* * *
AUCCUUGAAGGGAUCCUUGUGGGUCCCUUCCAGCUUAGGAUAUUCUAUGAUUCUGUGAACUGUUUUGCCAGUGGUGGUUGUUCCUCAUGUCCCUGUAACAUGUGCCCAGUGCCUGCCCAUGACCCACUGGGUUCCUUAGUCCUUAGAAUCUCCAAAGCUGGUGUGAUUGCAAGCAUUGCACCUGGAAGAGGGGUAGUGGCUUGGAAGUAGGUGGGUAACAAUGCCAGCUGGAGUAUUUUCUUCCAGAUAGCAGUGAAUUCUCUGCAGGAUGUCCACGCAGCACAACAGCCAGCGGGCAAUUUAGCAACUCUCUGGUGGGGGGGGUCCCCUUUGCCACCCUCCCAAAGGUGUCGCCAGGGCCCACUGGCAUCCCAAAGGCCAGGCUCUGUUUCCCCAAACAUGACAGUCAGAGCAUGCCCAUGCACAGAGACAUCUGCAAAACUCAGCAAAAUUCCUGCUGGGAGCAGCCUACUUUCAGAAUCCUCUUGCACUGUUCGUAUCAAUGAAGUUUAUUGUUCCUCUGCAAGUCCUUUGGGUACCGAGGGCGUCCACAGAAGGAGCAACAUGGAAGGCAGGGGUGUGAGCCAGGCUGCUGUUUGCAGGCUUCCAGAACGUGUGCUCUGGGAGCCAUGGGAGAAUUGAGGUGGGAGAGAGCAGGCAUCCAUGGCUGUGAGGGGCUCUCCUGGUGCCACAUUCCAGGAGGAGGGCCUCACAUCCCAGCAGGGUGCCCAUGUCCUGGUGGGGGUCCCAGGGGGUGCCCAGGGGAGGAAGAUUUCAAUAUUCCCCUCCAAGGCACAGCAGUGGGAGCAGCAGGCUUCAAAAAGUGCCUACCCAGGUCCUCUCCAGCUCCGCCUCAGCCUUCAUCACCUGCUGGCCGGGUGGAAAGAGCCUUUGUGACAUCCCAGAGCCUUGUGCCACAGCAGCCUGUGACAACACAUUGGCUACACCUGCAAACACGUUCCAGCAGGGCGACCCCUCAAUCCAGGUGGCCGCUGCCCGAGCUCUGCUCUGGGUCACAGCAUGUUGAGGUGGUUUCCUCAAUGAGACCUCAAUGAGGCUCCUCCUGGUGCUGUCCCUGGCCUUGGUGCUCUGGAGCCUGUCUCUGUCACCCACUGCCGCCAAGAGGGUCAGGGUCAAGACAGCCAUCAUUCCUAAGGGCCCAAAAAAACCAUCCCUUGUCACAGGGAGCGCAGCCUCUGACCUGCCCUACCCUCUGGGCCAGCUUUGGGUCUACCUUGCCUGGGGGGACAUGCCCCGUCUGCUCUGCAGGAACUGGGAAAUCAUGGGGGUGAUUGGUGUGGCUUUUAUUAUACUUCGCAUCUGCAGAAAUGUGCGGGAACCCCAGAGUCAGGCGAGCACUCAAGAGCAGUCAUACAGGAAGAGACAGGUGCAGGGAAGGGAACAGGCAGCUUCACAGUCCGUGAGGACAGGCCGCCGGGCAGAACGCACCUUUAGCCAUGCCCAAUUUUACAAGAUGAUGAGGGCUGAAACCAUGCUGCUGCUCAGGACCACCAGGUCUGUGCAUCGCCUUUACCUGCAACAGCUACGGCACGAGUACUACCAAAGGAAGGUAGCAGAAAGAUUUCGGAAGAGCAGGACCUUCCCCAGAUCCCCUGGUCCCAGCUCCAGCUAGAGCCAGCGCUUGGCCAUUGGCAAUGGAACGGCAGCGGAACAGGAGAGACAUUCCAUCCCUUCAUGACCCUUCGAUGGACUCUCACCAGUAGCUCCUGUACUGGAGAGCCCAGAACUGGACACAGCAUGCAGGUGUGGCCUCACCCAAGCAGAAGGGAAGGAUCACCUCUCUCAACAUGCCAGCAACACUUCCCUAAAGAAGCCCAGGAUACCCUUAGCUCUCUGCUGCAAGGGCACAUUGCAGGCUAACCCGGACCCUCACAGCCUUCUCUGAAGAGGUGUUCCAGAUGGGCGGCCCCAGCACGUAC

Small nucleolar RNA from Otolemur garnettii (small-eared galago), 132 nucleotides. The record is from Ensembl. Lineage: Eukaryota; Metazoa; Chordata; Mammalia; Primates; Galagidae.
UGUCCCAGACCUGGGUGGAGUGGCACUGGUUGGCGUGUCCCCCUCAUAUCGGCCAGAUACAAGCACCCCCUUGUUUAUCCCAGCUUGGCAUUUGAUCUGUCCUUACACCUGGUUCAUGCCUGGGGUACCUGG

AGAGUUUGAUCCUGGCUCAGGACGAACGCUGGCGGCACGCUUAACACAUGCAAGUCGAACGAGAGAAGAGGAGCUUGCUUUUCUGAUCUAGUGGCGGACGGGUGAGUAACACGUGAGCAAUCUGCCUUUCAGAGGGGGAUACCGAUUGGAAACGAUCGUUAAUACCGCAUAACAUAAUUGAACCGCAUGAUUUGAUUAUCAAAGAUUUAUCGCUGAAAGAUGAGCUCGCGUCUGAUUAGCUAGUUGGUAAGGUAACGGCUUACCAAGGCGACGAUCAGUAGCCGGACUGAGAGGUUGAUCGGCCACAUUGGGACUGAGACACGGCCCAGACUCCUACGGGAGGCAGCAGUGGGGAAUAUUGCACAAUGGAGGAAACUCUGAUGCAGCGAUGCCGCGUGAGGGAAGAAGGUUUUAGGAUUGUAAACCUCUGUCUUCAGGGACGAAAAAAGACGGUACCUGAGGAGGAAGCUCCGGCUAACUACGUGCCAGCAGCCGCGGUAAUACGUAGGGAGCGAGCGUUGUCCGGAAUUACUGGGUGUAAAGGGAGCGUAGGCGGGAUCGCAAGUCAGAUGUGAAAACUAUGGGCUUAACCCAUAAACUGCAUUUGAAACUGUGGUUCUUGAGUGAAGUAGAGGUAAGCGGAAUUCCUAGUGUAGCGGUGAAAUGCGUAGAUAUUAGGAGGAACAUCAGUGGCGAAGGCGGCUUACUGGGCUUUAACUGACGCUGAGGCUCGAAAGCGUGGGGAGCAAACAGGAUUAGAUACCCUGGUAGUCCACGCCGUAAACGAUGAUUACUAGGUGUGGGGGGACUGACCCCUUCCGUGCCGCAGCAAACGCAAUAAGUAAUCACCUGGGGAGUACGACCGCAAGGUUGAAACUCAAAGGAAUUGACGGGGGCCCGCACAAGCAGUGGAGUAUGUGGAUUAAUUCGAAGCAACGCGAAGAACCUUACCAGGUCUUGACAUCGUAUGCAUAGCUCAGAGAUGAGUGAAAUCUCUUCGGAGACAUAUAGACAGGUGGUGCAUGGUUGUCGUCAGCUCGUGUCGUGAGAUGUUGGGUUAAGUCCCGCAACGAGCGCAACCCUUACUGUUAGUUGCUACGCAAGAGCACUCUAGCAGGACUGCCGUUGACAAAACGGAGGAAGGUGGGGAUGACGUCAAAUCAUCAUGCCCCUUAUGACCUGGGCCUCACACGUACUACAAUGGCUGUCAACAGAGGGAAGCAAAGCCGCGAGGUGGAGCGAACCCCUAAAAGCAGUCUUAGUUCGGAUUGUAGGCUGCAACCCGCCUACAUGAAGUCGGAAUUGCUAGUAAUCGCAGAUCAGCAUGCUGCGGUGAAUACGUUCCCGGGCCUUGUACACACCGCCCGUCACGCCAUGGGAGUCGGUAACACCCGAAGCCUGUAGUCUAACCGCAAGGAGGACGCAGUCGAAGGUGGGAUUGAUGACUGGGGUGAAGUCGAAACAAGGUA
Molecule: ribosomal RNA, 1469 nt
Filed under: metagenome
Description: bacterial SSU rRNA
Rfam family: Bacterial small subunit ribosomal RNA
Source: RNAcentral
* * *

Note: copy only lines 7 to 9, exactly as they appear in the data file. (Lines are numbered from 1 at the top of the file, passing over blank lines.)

Description: bacterial SSU rRNA
Rfam family: Bacterial small subunit ribosomal RNA
Source: RNAcentral